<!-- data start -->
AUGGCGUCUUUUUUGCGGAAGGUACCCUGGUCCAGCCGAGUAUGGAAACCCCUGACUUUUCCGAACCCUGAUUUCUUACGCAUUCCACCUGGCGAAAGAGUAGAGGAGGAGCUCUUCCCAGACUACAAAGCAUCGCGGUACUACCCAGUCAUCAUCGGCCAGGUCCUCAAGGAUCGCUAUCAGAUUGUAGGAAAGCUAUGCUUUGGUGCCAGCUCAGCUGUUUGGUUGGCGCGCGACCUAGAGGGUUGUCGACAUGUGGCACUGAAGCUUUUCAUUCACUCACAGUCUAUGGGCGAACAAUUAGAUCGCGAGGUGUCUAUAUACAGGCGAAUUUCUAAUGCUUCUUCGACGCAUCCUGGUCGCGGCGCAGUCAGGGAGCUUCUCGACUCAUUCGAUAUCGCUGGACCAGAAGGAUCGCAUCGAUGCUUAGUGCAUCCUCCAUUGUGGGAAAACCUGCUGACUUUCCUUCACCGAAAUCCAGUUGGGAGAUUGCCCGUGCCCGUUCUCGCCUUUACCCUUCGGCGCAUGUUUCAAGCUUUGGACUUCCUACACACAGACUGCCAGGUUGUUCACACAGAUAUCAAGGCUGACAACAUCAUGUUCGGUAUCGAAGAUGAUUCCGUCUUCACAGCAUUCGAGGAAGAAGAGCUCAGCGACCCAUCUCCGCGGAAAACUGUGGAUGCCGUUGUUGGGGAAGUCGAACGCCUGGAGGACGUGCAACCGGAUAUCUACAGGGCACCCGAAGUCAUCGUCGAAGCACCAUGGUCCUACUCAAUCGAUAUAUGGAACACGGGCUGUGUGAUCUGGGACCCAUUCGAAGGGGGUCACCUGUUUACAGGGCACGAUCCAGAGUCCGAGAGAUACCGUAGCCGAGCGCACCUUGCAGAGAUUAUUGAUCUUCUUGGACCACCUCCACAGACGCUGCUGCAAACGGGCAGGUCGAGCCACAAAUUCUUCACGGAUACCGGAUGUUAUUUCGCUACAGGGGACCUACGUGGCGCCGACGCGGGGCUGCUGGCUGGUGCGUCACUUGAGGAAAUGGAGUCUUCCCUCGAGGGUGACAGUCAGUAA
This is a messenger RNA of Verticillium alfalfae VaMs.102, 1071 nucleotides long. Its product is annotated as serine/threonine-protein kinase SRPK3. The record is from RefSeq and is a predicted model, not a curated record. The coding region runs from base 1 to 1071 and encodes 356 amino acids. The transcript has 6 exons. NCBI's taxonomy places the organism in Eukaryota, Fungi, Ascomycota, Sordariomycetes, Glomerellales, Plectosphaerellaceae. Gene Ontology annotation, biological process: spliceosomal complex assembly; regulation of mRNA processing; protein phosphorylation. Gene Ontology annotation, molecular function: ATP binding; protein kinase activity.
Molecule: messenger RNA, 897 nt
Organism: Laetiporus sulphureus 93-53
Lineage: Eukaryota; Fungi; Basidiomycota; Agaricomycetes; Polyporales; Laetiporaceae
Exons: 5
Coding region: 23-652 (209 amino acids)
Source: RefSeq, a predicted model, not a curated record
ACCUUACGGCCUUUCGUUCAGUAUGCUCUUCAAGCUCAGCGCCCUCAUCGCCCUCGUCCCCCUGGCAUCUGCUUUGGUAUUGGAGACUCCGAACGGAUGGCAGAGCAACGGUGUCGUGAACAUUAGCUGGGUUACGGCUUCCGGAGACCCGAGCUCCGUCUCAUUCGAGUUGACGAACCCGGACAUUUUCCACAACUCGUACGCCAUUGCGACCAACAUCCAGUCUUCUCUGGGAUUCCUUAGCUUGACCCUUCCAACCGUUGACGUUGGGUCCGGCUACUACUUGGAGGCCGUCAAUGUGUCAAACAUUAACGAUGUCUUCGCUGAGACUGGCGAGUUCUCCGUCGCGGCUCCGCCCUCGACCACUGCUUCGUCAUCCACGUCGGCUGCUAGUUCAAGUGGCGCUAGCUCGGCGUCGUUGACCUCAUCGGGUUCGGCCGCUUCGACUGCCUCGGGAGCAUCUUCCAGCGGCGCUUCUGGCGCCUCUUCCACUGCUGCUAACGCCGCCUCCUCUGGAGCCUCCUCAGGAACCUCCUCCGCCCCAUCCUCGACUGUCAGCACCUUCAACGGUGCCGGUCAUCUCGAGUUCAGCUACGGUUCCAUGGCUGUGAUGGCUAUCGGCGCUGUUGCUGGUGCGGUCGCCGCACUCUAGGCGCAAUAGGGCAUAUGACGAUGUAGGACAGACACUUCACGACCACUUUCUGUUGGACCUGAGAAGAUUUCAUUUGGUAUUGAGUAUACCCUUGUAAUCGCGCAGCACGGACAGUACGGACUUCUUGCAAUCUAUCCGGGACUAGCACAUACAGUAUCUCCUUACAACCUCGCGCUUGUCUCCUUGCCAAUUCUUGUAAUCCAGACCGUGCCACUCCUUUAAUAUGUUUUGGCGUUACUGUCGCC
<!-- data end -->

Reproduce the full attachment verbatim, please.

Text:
AUGGCGUCUUUUUUGCGGAAGGUACCCUGGUCCAGCCGAGUAUGGAAACCCCUGACUUUUCCGAACCCUGAUUUCUUACGCAUUCCACCUGGCGAAAGAGUAGAGGAGGAGCUCUUCCCAGACUACAAAGCAUCGCGGUACUACCCAGUCAUCAUCGGCCAGGUCCUCAAGGAUCGCUAUCAGAUUGUAGGAAAGCUAUGCUUUGGUGCCAGCUCAGCUGUUUGGUUGGCGCGCGACCUAGAGGGUUGUCGACAUGUGGCACUGAAGCUUUUCAUUCACUCACAGUCUAUGGGCGAACAAUUAGAUCGCGAGGUGUCUAUAUACAGGCGAAUUUCUAAUGCUUCUUCGACGCAUCCUGGUCGCGGCGCAGUCAGGGAGCUUCUCGACUCAUUCGAUAUCGCUGGACCAGAAGGAUCGCAUCGAUGCUUAGUGCAUCCUCCAUUGUGGGAAAACCUGCUGACUUUCCUUCACCGAAAUCCAGUUGGGAGAUUGCCCGUGCCCGUUCUCGCCUUUACCCUUCGGCGCAUGUUUCAAGCUUUGGACUUCCUACACACAGACUGCCAGGUUGUUCACACAGAUAUCAAGGCUGACAACAUCAUGUUCGGUAUCGAAGAUGAUUCCGUCUUCACAGCAUUCGAGGAAGAAGAGCUCAGCGACCCAUCUCCGCGGAAAACUGUGGAUGCCGUUGUUGGGGAAGUCGAACGCCUGGAGGACGUGCAACCGGAUAUCUACAGGGCACCCGAAGUCAUCGUCGAAGCACCAUGGUCCUACUCAAUCGAUAUAUGGAACACGGGCUGUGUGAUCUGGGACCCAUUCGAAGGGGGUCACCUGUUUACAGGGCACGAUCCAGAGUCCGAGAGAUACCGUAGCCGAGCGCACCUUGCAGAGAUUAUUGAUCUUCUUGGACCACCUCCACAGACGCUGCUGCAAACGGGCAGGUCGAGCCACAAAUUCUUCACGGAUACCGGAUGUUAUUUCGCUACAGGGGACCUACGUGGCGCCGACGCGGGGCUGCUGGCUGGUGCGUCACUUGAGGAAAUGGAGUCUUCCCUCGAGGGUGACAGUCAGUAA
This is a messenger RNA of Verticillium alfalfae VaMs.102, 1071 nucleotides long. Its product is annotated as serine/threonine-protein kinase SRPK3. The record is from RefSeq and is a predicted model, not a curated record. The coding region runs from base 1 to 1071 and encodes 356 amino acids. The transcript has 6 exons. NCBI's taxonomy places the organism in Eukaryota, Fungi, Ascomycota, Sordariomycetes, Glomerellales, Plectosphaerellaceae. Gene Ontology annotation, biological process: spliceosomal complex assembly; regulation of mRNA processing; protein phosphorylation. Gene Ontology annotation, molecular function: ATP binding; protein kinase activity.
Molecule: messenger RNA, 897 nt
Organism: Laetiporus sulphureus 93-53
Lineage: Eukaryota; Fungi; Basidiomycota; Agaricomycetes; Polyporales; Laetiporaceae
Exons: 5
Coding region: 23-652 (209 amino acids)
Source: RefSeq, a predicted model, not a curated record
ACCUUACGGCCUUUCGUUCAGUAUGCUCUUCAAGCUCAGCGCCCUCAUCGCCCUCGUCCCCCUGGCAUCUGCUUUGGUAUUGGAGACUCCGAACGGAUGGCAGAGCAACGGUGUCGUGAACAUUAGCUGGGUUACGGCUUCCGGAGACCCGAGCUCCGUCUCAUUCGAGUUGACGAACCCGGACAUUUUCCACAACUCGUACGCCAUUGCGACCAACAUCCAGUCUUCUCUGGGAUUCCUUAGCUUGACCCUUCCAACCGUUGACGUUGGGUCCGGCUACUACUUGGAGGCCGUCAAUGUGUCAAACAUUAACGAUGUCUUCGCUGAGACUGGCGAGUUCUCCGUCGCGGCUCCGCCCUCGACCACUGCUUCGUCAUCCACGUCGGCUGCUAGUUCAAGUGGCGCUAGCUCGGCGUCGUUGACCUCAUCGGGUUCGGCCGCUUCGACUGCCUCGGGAGCAUCUUCCAGCGGCGCUUCUGGCGCCUCUUCCACUGCUGCUAACGCCGCCUCCUCUGGAGCCUCCUCAGGAACCUCCUCCGCCCCAUCCUCGACUGUCAGCACCUUCAACGGUGCCGGUCAUCUCGAGUUCAGCUACGGUUCCAUGGCUGUGAUGGCUAUCGGCGCUGUUGCUGGUGCGGUCGCCGCACUCUAGGCGCAAUAGGGCAUAUGACGAUGUAGGACAGACACUUCACGACCACUUUCUGUUGGACCUGAGAAGAUUUCAUUUGGUAUUGAGUAUACCCUUGUAAUCGCGCAGCACGGACAGUACGGACUUCUUGCAAUCUAUCCGGGACUAGCACAUACAGUAUCUCCUUACAACCUCGCGCUUGUCUCCUUGCCAAUUCUUGUAAUCCAGACCGUGCCACUCCUUUAAUAUGUUUUGGCGUUACUGUCGCC